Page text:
Department of What About The Horse? Any person atop a bucking bronc in a Navajo rodeo may soon have to wear safety equipment, reports The Najavo Hopi-Observer. Injuries (to people) have been identified as a problem, so the tribe's Injury Protection Committee wants to make all rodeo cowboys compete in "rodeo safety vests' that are "similar to the bullet-proof vest worn by the law enforcement agents." The vests are made of denim and "kevlar thermal Beta 7 material." Presumably, cowboy hats would be history, since the rodeo contestants would also have to wear "heavy duty" hockey helmets, which have "proved to be effective to prevent head injuries."
Cody, Wyo., rodeo performer T.C. Thorstenson wasn't wearing the recommended safety gear when he rode his one-ton trained (but shaggy) buffalo into Jim Bassett's 3 H Bar. As the two of them bellied up to the bar inside the 3 H's suddenly tight confines, T.C. rode so high in the saddle that his head about smacked the ceiling, but he dared to wear a soft felt cowboy hat and flimsy cotton T-shirt, not the least bit bullet-proof or hockey-puck-proof.
Nevada Sports: So many people report UFOs whizzing mysteriously over remote Nye and Lincoln counties, the Nevada assembly debated naming the local two-lane the official "Extraterrestrial Alien Highway." In a session where oxygen seemed thin, as "spacy sound effects' played, legislators "donned alien space masks, antennae and pointy ears," reports the AP. The measure, promoting "intergalactic" and Earthling tourism, passed the assembly without a single nay vote and then was beamed over to the Senate side. If the Senate also says roger, the state will spend about $3,300 erecting the space tourism signs along State Route 375. How about a new generation of rest stops, with some nicely leveled ground for easy landings?
Idaho Sports: Olena Devinney, a muscular and smiling Shoshone Bannock, had taken home trophies from the 1993 as well as the 1994 National Arm Wrestling Championships. At this year's nationals, held in June at the Quality Inn in Pocatello, Devinney won fourth place in ladies' left-arm wrestling and fifth in ladies' right-arm. According to the tribe's newspaper, the Sho-Ban News, if Devinney can raise the necessary $1,800, she can compete in the world championships in October in Brazil. Her reaction: "All right! Cool!'
Another Idahoan flexing her muscle: The confrontational new Republican representative, Helen Chenoweth, may have a contract with America, but she has trouble maintaining long-lasting contracts with her own people. Since she assumed office in the U.S. House in January, nearly a dozen of her staff have quit or resigned, including her chief of staff, her special assistant, her communications director, two fund-raisers and two appointment schedulers. "Most have cited personal reasons," reports The Idaho Statesman, digging not very deep ...
In the good old romantic days of grass-roots organizing, actual human beings were involved - knocking on doors, passing out leaflets, meeting each other face-to-face. Very time-consuming. Now, for advocates of Utah wilderness, the whole thing can be done in a blink by tireless computers. "People can get the latest information and react instantly," explains Tom Price, who's based in Washington, D.C., doing the nationwide organizing for the Southern Utah Wilderness Alliance. That group and the Utah Wilderness Coalition have set up a "list server" computer station to ward off an imminent wilderness bill they see as bad. Anybody who's interested can modem the new e-mail address, UTAH\_WILDERNESS@XMISSION.COM, and type in the one-word message: subscribe. It's that simple. When the feared bill is coming to a vote, the central computer alerts all the subscribing computers around the country, which then inform their human owners (still the weak link) to make that last-nanosecond phone call to a key congressperson. Price expects at least 10,000 to subscribe. He calls it "the greatest thing ever invented for grass-roots organizing."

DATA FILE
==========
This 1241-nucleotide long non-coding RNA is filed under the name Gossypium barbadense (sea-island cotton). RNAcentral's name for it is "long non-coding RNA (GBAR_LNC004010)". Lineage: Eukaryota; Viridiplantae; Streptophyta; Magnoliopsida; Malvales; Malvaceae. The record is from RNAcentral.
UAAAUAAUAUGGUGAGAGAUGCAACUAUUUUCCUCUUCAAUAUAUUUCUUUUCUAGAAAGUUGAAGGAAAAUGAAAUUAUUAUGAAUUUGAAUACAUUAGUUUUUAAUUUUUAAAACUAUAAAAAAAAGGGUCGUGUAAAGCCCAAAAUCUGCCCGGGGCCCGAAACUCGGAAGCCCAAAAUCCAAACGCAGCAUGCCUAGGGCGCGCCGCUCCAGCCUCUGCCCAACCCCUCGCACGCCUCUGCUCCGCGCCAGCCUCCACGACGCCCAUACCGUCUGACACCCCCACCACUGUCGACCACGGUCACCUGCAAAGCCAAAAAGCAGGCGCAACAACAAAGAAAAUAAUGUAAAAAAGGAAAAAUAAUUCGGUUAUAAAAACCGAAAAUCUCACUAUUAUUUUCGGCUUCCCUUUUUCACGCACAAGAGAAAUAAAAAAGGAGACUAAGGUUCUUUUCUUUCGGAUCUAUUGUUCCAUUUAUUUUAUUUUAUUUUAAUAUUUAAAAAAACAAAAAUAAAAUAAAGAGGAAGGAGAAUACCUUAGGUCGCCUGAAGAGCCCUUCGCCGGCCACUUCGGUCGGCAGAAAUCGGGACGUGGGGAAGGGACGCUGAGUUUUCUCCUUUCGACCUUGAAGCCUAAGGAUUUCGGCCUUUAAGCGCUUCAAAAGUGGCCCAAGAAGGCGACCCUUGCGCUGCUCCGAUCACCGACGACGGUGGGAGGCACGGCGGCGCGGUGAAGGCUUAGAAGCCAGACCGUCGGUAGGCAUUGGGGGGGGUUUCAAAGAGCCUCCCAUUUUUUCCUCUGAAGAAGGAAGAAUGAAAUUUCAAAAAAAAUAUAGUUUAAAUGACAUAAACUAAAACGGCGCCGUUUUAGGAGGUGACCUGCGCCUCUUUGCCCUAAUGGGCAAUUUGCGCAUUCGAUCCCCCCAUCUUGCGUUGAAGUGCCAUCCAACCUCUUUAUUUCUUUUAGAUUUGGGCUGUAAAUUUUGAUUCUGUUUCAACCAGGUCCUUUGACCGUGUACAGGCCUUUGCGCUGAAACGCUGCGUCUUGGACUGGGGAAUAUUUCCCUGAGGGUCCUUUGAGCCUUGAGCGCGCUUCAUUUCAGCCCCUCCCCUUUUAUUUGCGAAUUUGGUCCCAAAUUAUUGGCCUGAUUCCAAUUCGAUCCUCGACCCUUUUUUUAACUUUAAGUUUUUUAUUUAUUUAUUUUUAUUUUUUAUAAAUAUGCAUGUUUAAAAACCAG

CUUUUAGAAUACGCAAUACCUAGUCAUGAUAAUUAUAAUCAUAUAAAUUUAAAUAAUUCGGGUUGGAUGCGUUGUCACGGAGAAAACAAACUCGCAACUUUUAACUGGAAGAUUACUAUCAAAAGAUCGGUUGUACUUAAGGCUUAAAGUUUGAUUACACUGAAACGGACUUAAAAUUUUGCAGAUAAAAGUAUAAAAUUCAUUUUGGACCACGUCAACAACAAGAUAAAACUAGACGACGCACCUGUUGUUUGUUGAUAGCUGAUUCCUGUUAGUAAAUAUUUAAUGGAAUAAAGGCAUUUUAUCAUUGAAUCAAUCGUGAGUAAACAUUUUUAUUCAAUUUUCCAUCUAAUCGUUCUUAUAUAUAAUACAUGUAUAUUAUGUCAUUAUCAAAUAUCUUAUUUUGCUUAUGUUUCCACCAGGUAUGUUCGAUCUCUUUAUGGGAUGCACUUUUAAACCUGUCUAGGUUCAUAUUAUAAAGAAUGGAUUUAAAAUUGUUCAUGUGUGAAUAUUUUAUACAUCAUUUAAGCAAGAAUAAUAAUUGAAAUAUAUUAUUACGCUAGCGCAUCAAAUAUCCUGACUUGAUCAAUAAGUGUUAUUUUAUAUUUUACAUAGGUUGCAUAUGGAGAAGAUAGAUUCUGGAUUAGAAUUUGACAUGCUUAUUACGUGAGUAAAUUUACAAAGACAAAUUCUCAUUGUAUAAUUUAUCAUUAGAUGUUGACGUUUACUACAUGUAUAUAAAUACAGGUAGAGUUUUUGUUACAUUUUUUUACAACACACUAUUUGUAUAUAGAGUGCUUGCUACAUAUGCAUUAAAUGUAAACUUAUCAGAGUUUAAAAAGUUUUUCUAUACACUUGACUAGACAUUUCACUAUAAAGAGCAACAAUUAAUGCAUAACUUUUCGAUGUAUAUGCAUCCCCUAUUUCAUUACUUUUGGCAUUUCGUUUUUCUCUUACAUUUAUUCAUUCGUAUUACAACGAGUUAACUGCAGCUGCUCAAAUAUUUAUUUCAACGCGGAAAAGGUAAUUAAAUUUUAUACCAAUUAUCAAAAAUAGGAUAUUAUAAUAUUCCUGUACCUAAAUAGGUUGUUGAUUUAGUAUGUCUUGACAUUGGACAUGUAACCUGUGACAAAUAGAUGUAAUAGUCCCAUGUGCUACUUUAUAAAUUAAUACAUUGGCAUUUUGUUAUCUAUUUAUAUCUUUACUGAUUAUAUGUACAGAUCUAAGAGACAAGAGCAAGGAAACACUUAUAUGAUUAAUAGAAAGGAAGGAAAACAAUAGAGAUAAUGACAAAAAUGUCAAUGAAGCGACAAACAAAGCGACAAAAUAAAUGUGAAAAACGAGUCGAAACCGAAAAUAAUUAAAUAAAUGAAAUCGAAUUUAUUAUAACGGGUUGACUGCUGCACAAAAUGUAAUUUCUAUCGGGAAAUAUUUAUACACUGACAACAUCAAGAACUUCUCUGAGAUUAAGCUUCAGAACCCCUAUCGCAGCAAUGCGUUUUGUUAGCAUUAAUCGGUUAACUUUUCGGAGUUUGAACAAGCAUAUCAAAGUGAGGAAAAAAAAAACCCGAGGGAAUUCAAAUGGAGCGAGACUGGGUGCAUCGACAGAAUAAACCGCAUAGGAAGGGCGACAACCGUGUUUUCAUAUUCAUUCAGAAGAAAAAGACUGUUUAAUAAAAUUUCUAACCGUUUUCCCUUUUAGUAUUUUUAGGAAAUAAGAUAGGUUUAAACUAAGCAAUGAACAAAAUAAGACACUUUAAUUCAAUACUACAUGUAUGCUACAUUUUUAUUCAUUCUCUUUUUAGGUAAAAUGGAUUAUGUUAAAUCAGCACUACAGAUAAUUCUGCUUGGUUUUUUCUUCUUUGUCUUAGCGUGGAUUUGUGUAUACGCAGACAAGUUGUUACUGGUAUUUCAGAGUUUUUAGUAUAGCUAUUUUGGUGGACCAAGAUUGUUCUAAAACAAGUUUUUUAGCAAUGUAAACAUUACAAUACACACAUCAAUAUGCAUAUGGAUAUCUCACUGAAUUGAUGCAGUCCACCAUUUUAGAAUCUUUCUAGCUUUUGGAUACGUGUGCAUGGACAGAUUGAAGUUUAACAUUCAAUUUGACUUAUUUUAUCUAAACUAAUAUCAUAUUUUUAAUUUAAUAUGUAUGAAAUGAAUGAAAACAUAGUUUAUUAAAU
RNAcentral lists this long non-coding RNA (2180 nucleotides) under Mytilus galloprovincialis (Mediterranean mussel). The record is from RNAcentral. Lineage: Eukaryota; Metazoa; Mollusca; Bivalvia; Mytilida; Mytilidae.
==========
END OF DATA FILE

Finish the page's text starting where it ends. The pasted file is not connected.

Beewatch: The vigilant Utah Department of Agriculture is deploying 100 blue boxes along the state's southern border with Arizona, trying to trap any dreaded killer bees that might be flying that far north. Killer bees, invaders from Africa via South America, crossed the U.S. border in 1990 and now occupy portions of New Mexico, Texas, California and Arizona - where a concentration south of Phoenix contains a whopping 88 hives. Killer bees mob their victims, including humans, inflicting hundreds of stings, and dominate domestic bees. The traps are baited with a hormone that smells attractive (to bees). Entomologist Ed Bianco, checking a trap one day and finding only some domestic bees inside, told The Salt Lake Tribune, "If these (bees) were Africanized, they would have attacked me and anyone else in the area." As the killers claim more turf, it'll be interesting to see how the Beehive State fares ...
Heard Around the West hopes readers will get involved in the column. Send any tidbits that merit sharing - small-town newspaper clips, personal anecdotes, relevant bumpersticker slogans. The definition remains loose. Heard, HCN, Box 1090, Paonia, CO 81428 or HCNVIRO@aol.com
- Traci Amborn on Fracking is the big new gun
- Deb Dedon on Should the president of the Navajo Nation speak Navajo?
- Deb O'Neill on Wyoming grapples with how to fund wildlife conservation
- Bill Williams on Wyoming grapples with how to fund wildlife conservation
- Nathan Johnson on Wyoming grapples with how to fund wildlife conservation